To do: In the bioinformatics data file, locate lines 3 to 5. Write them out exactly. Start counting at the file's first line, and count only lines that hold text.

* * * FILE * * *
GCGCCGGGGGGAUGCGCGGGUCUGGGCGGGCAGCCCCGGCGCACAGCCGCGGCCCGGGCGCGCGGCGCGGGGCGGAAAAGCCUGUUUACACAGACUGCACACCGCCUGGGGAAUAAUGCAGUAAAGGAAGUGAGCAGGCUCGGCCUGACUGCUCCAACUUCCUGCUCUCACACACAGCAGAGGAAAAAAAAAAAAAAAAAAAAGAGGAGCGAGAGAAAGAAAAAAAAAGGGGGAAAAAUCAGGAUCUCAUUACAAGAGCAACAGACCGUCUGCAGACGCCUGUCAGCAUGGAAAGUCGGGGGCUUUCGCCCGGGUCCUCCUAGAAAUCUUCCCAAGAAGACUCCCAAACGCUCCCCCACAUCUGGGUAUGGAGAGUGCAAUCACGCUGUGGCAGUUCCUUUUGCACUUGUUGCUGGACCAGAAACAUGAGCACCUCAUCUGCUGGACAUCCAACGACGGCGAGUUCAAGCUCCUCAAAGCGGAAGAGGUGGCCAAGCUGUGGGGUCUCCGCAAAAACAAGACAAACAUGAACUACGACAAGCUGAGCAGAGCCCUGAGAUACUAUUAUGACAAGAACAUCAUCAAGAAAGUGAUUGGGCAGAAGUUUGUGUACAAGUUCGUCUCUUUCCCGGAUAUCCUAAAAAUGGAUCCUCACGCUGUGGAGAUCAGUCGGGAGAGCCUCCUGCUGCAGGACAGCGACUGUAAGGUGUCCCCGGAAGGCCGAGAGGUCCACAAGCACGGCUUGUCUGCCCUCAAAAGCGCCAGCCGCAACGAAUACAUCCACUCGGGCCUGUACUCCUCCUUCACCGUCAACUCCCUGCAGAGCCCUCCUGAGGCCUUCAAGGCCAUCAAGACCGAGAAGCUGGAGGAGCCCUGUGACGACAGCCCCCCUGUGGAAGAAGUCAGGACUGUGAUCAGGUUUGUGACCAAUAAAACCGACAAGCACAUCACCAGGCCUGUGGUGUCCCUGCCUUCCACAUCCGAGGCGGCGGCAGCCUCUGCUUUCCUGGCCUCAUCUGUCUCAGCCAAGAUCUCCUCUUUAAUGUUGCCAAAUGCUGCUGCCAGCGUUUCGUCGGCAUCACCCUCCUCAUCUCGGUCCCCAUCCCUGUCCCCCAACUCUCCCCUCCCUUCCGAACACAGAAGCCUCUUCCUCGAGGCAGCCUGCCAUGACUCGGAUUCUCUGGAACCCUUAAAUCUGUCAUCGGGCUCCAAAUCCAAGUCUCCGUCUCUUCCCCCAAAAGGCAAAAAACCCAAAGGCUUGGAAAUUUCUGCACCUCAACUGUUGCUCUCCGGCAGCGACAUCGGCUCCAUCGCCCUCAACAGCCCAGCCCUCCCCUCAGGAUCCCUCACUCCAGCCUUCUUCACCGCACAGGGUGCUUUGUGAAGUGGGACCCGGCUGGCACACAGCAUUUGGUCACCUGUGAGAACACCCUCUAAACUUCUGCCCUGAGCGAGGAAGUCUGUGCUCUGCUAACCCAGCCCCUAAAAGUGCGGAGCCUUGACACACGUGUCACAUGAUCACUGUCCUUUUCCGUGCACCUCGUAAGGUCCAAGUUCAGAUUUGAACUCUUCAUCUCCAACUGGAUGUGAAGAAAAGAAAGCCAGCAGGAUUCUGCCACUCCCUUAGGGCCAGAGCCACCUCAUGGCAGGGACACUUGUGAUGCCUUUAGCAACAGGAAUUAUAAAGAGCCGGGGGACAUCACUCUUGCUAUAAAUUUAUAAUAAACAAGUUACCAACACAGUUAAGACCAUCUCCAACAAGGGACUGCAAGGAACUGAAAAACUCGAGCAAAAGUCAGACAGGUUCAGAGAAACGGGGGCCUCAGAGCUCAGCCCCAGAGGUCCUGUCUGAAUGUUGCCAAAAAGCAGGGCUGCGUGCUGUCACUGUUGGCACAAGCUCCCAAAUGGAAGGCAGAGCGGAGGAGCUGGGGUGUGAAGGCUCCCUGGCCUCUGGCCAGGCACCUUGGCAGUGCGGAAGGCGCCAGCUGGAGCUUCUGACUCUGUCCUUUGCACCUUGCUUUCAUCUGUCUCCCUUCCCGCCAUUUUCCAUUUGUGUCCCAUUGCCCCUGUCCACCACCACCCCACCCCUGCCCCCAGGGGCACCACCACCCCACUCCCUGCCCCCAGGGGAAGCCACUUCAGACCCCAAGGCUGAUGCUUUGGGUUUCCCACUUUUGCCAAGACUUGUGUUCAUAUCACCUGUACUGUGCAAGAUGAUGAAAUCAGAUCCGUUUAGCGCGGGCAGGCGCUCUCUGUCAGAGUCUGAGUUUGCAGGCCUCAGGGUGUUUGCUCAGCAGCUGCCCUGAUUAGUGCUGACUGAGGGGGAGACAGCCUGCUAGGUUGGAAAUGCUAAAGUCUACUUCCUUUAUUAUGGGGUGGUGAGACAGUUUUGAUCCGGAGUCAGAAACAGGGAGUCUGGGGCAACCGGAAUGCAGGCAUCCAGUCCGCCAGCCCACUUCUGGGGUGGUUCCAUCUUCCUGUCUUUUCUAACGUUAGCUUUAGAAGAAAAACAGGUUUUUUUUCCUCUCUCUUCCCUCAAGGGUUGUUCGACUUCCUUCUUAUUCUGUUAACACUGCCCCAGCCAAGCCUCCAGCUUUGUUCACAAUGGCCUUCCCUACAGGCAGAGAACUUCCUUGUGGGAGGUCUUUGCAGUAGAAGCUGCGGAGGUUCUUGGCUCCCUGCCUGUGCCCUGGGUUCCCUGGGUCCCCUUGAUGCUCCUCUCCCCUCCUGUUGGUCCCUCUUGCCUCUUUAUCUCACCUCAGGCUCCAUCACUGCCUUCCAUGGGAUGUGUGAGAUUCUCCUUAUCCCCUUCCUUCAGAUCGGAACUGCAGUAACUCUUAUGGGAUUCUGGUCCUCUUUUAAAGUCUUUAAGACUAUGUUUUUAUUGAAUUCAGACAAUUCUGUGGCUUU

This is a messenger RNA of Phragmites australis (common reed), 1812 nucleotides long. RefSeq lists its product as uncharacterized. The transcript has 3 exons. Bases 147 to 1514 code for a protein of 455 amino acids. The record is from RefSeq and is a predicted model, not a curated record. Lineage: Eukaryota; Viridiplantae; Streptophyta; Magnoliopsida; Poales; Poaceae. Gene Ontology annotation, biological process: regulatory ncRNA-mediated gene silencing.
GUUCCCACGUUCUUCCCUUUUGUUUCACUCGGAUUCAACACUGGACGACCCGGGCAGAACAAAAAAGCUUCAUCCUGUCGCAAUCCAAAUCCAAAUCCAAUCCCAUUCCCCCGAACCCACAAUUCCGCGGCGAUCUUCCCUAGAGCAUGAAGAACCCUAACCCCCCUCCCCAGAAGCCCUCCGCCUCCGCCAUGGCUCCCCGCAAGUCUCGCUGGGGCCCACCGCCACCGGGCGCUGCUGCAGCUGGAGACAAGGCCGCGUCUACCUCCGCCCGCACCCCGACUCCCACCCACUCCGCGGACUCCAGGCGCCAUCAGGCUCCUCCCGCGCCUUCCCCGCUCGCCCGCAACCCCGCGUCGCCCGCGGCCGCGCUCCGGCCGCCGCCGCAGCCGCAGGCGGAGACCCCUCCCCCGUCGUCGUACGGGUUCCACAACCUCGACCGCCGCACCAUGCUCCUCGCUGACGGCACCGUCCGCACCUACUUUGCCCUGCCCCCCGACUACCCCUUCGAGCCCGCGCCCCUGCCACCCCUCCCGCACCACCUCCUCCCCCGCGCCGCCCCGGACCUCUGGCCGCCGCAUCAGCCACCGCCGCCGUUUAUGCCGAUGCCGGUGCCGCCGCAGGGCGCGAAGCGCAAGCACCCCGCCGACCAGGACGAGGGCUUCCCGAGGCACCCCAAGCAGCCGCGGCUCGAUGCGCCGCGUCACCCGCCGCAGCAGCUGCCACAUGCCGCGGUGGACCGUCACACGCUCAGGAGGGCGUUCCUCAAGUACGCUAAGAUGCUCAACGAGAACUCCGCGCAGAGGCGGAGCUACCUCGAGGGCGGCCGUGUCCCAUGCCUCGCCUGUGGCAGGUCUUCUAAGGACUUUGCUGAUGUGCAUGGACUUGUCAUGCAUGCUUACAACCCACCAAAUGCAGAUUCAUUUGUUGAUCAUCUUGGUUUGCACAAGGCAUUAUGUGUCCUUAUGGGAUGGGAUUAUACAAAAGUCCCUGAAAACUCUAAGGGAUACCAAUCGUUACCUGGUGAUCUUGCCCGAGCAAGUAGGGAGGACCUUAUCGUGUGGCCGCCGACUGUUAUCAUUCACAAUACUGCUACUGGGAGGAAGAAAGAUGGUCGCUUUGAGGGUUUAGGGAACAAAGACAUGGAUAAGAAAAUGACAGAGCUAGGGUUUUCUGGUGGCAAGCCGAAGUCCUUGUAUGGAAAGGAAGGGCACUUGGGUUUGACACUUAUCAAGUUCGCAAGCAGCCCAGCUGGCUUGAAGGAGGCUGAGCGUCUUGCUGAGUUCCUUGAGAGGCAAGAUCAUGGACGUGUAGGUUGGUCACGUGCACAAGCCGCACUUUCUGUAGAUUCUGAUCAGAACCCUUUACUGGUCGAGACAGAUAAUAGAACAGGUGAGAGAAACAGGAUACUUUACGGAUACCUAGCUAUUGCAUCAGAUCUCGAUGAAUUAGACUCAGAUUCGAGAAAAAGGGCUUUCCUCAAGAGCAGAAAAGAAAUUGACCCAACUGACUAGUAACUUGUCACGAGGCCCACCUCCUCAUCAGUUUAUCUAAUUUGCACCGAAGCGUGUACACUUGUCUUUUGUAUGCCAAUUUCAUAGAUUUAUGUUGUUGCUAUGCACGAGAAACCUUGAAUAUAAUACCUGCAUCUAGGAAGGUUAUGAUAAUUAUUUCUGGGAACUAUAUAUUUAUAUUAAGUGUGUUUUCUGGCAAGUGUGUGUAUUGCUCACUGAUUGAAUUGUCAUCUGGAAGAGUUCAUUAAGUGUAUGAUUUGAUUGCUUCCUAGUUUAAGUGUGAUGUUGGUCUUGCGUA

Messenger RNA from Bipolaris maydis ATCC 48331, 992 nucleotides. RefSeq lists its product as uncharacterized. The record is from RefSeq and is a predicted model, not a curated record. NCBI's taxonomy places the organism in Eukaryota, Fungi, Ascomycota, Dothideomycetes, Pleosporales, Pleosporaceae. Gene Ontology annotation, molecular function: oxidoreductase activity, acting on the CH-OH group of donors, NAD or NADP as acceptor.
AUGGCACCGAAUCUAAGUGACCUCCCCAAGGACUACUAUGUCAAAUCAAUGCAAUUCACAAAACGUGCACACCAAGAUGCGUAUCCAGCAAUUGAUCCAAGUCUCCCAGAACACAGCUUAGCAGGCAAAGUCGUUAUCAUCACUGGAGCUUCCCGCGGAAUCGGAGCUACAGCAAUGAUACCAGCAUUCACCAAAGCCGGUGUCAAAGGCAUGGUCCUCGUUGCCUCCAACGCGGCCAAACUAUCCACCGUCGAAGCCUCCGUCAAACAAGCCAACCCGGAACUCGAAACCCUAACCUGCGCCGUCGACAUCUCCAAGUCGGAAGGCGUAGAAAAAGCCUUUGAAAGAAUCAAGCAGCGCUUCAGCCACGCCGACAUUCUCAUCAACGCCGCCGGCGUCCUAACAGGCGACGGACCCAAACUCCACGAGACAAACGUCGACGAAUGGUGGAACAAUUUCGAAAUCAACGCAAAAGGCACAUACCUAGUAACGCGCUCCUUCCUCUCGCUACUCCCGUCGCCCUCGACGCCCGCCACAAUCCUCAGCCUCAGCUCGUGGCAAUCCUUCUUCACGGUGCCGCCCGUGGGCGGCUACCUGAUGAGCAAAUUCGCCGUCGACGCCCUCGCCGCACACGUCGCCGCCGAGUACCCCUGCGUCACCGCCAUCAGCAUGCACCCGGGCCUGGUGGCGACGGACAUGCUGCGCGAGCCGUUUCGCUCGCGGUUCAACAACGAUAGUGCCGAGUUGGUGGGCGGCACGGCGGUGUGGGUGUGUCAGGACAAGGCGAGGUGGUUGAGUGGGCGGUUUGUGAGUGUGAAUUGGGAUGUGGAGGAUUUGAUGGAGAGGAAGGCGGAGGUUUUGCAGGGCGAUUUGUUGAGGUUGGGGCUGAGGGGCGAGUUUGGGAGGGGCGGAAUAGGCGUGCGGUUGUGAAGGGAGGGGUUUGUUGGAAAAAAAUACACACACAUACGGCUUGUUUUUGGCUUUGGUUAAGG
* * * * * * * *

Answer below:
GUUCCCACGUUCUUCCCUUUUGUUUCACUCGGAUUCAACACUGGACGACCCGGGCAGAACAAAAAAGCUUCAUCCUGUCGCAAUCCAAAUCCAAAUCCAAUCCCAUUCCCCCGAACCCACAAUUCCGCGGCGAUCUUCCCUAGAGCAUGAAGAACCCUAACCCCCCUCCCCAGAAGCCCUCCGCCUCCGCCAUGGCUCCCCGCAAGUCUCGCUGGGGCCCACCGCCACCGGGCGCUGCUGCAGCUGGAGACAAGGCCGCGUCUACCUCCGCCCGCACCCCGACUCCCACCCACUCCGCGGACUCCAGGCGCCAUCAGGCUCCUCCCGCGCCUUCCCCGCUCGCCCGCAACCCCGCGUCGCCCGCGGCCGCGCUCCGGCCGCCGCCGCAGCCGCAGGCGGAGACCCCUCCCCCGUCGUCGUACGGGUUCCACAACCUCGACCGCCGCACCAUGCUCCUCGCUGACGGCACCGUCCGCACCUACUUUGCCCUGCCCCCCGACUACCCCUUCGAGCCCGCGCCCCUGCCACCCCUCCCGCACCACCUCCUCCCCCGCGCCGCCCCGGACCUCUGGCCGCCGCAUCAGCCACCGCCGCCGUUUAUGCCGAUGCCGGUGCCGCCGCAGGGCGCGAAGCGCAAGCACCCCGCCGACCAGGACGAGGGCUUCCCGAGGCACCCCAAGCAGCCGCGGCUCGAUGCGCCGCGUCACCCGCCGCAGCAGCUGCCACAUGCCGCGGUGGACCGUCACACGCUCAGGAGGGCGUUCCUCAAGUACGCUAAGAUGCUCAACGAGAACUCCGCGCAGAGGCGGAGCUACCUCGAGGGCGGCCGUGUCCCAUGCCUCGCCUGUGGCAGGUCUUCUAAGGACUUUGCUGAUGUGCAUGGACUUGUCAUGCAUGCUUACAACCCACCAAAUGCAGAUUCAUUUGUUGAUCAUCUUGGUUUGCACAAGGCAUUAUGUGUCCUUAUGGGAUGGGAUUAUACAAAAGUCCCUGAAAACUCUAAGGGAUACCAAUCGUUACCUGGUGAUCUUGCCCGAGCAAGUAGGGAGGACCUUAUCGUGUGGCCGCCGACUGUUAUCAUUCACAAUACUGCUACUGGGAGGAAGAAAGAUGGUCGCUUUGAGGGUUUAGGGAACAAAGACAUGGAUAAGAAAAUGACAGAGCUAGGGUUUUCUGGUGGCAAGCCGAAGUCCUUGUAUGGAAAGGAAGGGCACUUGGGUUUGACACUUAUCAAGUUCGCAAGCAGCCCAGCUGGCUUGAAGGAGGCUGAGCGUCUUGCUGAGUUCCUUGAGAGGCAAGAUCAUGGACGUGUAGGUUGGUCACGUGCACAAGCCGCACUUUCUGUAGAUUCUGAUCAGAACCCUUUACUGGUCGAGACAGAUAAUAGAACAGGUGAGAGAAACAGGAUACUUUACGGAUACCUAGCUAUUGCAUCAGAUCUCGAUGAAUUAGACUCAGAUUCGAGAAAAAGGGCUUUCCUCAAGAGCAGAAAAGAAAUUGACCCAACUGACUAGUAACUUGUCACGAGGCCCACCUCCUCAUCAGUUUAUCUAAUUUGCACCGAAGCGUGUACACUUGUCUUUUGUAUGCCAAUUUCAUAGAUUUAUGUUGUUGCUAUGCACGAGAAACCUUGAAUAUAAUACCUGCAUCUAGGAAGGUUAUGAUAAUUAUUUCUGGGAACUAUAUAUUUAUAUUAAGUGUGUUUUCUGGCAAGUGUGUGUAUUGCUCACUGAUUGAAUUGUCAUCUGGAAGAGUUCAUUAAGUGUAUGAUUUGAUUGCUUCCUAGUUUAAGUGUGAUGUUGGUCUUGCGUA

Messenger RNA from Bipolaris maydis ATCC 48331, 992 nucleotides. RefSeq lists its product as uncharacterized. The record is from RefSeq and is a predicted model, not a curated record. NCBI's taxonomy places the organism in Eukaryota, Fungi, Ascomycota, Dothideomycetes, Pleosporales, Pleosporaceae. Gene Ontology annotation, molecular function: oxidoreductase activity, acting on the CH-OH group of donors, NAD or NADP as acceptor.
AUGGCACCGAAUCUAAGUGACCUCCCCAAGGACUACUAUGUCAAAUCAAUGCAAUUCACAAAACGUGCACACCAAGAUGCGUAUCCAGCAAUUGAUCCAAGUCUCCCAGAACACAGCUUAGCAGGCAAAGUCGUUAUCAUCACUGGAGCUUCCCGCGGAAUCGGAGCUACAGCAAUGAUACCAGCAUUCACCAAAGCCGGUGUCAAAGGCAUGGUCCUCGUUGCCUCCAACGCGGCCAAACUAUCCACCGUCGAAGCCUCCGUCAAACAAGCCAACCCGGAACUCGAAACCCUAACCUGCGCCGUCGACAUCUCCAAGUCGGAAGGCGUAGAAAAAGCCUUUGAAAGAAUCAAGCAGCGCUUCAGCCACGCCGACAUUCUCAUCAACGCCGCCGGCGUCCUAACAGGCGACGGACCCAAACUCCACGAGACAAACGUCGACGAAUGGUGGAACAAUUUCGAAAUCAACGCAAAAGGCACAUACCUAGUAACGCGCUCCUUCCUCUCGCUACUCCCGUCGCCCUCGACGCCCGCCACAAUCCUCAGCCUCAGCUCGUGGCAAUCCUUCUUCACGGUGCCGCCCGUGGGCGGCUACCUGAUGAGCAAAUUCGCCGUCGACGCCCUCGCCGCACACGUCGCCGCCGAGUACCCCUGCGUCACCGCCAUCAGCAUGCACCCGGGCCUGGUGGCGACGGACAUGCUGCGCGAGCCGUUUCGCUCGCGGUUCAACAACGAUAGUGCCGAGUUGGUGGGCGGCACGGCGGUGUGGGUGUGUCAGGACAAGGCGAGGUGGUUGAGUGGGCGGUUUGUGAGUGUGAAUUGGGAUGUGGAGGAUUUGAUGGAGAGGAAGGCGGAGGUUUUGCAGGGCGAUUUGUUGAGGUUGGGGCUGAGGGGCGAGUUUGGGAGGGGCGGAAUAGGCGUGCGGUUGUGAAGGGAGGGGUUUGUUGGAAAAAAAUACACACACAUACGGCUUGUUUUUGGCUUUGGUUAAGG